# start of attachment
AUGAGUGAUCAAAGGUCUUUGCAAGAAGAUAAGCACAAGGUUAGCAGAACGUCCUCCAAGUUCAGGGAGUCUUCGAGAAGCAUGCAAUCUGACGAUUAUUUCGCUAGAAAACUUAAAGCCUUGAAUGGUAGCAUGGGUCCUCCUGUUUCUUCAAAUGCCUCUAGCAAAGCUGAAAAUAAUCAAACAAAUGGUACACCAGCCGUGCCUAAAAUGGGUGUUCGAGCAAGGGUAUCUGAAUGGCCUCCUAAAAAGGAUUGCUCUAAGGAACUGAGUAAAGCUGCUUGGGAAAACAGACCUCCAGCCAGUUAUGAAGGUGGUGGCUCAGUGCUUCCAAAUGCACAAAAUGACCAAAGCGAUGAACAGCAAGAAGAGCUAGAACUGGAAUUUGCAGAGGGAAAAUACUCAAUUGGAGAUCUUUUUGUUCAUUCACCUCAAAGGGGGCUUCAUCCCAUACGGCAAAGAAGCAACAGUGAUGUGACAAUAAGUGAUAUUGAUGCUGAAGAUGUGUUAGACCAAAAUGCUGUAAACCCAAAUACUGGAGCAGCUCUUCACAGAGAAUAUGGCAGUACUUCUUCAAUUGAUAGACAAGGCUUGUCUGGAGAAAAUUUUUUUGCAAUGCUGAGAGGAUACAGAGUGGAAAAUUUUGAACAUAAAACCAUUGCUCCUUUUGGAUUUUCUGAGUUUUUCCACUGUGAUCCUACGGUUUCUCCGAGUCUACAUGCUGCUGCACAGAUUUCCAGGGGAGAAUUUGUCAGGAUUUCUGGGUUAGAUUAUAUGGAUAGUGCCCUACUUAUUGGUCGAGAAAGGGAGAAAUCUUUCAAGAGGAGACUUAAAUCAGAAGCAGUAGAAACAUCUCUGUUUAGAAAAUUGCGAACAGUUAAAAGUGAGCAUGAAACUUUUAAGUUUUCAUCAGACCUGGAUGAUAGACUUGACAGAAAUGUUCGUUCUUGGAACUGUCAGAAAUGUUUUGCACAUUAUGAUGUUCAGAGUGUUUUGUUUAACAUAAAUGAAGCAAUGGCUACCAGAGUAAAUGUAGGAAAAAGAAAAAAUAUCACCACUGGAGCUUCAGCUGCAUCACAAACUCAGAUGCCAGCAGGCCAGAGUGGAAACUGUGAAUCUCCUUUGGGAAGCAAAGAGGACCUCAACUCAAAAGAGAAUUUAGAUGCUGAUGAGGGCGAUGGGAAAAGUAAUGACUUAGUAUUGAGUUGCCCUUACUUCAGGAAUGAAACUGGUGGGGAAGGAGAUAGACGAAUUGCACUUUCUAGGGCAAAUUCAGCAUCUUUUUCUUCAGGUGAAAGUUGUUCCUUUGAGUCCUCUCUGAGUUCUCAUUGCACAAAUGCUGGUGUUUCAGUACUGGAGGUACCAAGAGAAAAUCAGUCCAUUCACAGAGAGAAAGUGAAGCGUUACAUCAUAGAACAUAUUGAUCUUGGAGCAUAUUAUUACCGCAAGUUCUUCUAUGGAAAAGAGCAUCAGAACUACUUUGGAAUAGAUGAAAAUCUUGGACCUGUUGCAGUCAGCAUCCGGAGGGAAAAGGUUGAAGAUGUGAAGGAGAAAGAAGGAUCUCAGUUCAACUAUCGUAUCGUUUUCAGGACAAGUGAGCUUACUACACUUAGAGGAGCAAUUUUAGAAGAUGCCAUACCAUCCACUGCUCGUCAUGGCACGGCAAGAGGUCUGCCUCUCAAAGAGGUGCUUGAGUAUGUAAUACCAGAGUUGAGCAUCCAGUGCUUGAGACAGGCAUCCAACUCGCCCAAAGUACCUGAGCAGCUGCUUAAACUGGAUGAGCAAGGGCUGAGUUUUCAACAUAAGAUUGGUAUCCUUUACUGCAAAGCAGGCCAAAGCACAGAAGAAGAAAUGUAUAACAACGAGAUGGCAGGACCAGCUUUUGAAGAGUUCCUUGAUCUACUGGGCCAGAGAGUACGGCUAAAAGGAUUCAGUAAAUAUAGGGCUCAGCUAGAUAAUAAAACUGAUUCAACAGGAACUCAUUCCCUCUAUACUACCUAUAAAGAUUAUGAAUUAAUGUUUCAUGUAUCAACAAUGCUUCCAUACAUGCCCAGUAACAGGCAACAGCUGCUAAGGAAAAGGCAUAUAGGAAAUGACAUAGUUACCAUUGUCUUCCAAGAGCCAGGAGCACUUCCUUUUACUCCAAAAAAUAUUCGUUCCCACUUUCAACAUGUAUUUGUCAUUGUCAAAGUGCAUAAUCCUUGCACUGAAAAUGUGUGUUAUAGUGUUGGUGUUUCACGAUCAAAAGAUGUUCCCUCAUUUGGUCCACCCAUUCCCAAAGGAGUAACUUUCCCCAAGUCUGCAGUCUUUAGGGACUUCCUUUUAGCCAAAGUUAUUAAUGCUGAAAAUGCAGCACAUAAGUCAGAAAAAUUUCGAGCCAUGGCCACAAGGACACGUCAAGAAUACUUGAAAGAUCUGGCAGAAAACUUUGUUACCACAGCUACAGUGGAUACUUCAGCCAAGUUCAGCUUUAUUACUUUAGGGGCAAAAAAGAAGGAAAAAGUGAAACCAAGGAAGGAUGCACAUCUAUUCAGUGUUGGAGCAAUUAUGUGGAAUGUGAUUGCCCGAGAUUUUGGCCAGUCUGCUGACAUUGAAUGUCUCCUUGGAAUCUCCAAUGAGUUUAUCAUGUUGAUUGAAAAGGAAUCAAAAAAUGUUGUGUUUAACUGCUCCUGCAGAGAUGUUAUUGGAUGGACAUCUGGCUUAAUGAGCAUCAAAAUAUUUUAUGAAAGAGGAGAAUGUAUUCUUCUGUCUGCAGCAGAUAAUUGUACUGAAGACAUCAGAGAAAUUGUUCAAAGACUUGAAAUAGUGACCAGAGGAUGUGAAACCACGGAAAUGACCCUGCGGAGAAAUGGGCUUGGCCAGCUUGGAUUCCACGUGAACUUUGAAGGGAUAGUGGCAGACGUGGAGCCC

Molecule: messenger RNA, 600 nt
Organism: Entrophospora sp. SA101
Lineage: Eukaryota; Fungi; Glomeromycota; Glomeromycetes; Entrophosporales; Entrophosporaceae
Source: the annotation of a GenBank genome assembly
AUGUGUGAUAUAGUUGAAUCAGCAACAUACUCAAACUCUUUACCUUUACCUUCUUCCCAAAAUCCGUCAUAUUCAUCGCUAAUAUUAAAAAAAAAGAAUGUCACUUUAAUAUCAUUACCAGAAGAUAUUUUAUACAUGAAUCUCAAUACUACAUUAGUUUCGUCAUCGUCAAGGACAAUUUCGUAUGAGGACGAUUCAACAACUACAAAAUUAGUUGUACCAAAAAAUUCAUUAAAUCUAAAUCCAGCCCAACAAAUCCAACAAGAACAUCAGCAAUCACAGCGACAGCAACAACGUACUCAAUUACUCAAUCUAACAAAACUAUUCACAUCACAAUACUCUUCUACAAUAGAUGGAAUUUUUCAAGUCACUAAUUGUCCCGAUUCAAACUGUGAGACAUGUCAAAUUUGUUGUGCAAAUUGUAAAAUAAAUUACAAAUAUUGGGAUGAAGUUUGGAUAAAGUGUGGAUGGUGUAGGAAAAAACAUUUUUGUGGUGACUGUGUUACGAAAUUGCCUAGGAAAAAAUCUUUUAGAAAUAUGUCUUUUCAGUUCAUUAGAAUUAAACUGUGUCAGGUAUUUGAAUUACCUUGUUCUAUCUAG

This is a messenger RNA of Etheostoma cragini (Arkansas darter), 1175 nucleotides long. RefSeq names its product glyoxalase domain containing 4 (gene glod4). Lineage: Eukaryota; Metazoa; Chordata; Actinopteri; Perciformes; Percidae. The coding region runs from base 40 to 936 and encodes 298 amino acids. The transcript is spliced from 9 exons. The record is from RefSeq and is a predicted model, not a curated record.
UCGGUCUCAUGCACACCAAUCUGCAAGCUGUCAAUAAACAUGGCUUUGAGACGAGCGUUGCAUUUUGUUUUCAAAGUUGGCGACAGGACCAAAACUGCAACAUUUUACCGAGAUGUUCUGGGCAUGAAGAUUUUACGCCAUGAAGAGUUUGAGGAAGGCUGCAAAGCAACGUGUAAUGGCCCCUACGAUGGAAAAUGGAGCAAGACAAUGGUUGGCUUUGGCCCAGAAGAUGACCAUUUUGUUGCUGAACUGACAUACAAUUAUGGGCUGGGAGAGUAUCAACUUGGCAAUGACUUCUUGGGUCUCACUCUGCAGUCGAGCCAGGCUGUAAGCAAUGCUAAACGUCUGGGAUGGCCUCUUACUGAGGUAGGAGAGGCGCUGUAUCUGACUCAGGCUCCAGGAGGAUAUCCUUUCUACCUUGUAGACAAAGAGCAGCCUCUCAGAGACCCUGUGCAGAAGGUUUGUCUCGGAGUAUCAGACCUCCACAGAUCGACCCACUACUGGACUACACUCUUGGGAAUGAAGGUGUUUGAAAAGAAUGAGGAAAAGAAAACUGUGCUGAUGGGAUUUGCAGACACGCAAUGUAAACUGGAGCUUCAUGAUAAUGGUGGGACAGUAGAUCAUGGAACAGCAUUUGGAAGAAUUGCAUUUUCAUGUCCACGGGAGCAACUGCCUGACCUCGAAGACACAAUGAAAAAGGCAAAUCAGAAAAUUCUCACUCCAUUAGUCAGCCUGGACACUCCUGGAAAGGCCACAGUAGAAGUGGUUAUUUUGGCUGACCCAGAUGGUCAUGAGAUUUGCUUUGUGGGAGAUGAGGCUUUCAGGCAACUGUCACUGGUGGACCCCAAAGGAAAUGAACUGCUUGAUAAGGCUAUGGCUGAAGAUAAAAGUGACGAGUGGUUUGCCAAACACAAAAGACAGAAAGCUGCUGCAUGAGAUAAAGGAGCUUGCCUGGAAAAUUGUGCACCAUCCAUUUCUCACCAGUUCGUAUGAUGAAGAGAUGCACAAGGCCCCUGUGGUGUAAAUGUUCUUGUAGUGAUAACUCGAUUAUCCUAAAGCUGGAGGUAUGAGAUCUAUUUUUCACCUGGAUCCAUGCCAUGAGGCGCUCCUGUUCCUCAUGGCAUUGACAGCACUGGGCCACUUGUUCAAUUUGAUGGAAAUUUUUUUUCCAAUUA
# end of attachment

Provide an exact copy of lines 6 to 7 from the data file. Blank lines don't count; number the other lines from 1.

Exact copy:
AUGUGUGAUAUAGUUGAAUCAGCAACAUACUCAAACUCUUUACCUUUACCUUCUUCCCAAAAUCCGUCAUAUUCAUCGCUAAUAUUAAAAAAAAAGAAUGUCACUUUAAUAUCAUUACCAGAAGAUAUUUUAUACAUGAAUCUCAAUACUACAUUAGUUUCGUCAUCGUCAAGGACAAUUUCGUAUGAGGACGAUUCAACAACUACAAAAUUAGUUGUACCAAAAAAUUCAUUAAAUCUAAAUCCAGCCCAACAAAUCCAACAAGAACAUCAGCAAUCACAGCGACAGCAACAACGUACUCAAUUACUCAAUCUAACAAAACUAUUCACAUCACAAUACUCUUCUACAAUAGAUGGAAUUUUUCAAGUCACUAAUUGUCCCGAUUCAAACUGUGAGACAUGUCAAAUUUGUUGUGCAAAUUGUAAAAUAAAUUACAAAUAUUGGGAUGAAGUUUGGAUAAAGUGUGGAUGGUGUAGGAAAAAACAUUUUUGUGGUGACUGUGUUACGAAAUUGCCUAGGAAAAAAUCUUUUAGAAAUAUGUCUUUUCAGUUCAUUAGAAUUAAACUGUGUCAGGUAUUUGAAUUACCUUGUUCUAUCUAG

This is a messenger RNA of Etheostoma cragini (Arkansas darter), 1175 nucleotides long. RefSeq names its product glyoxalase domain containing 4 (gene glod4). Lineage: Eukaryota; Metazoa; Chordata; Actinopteri; Perciformes; Percidae. The coding region runs from base 40 to 936 and encodes 298 amino acids. The transcript is spliced from 9 exons. The record is from RefSeq and is a predicted model, not a curated record.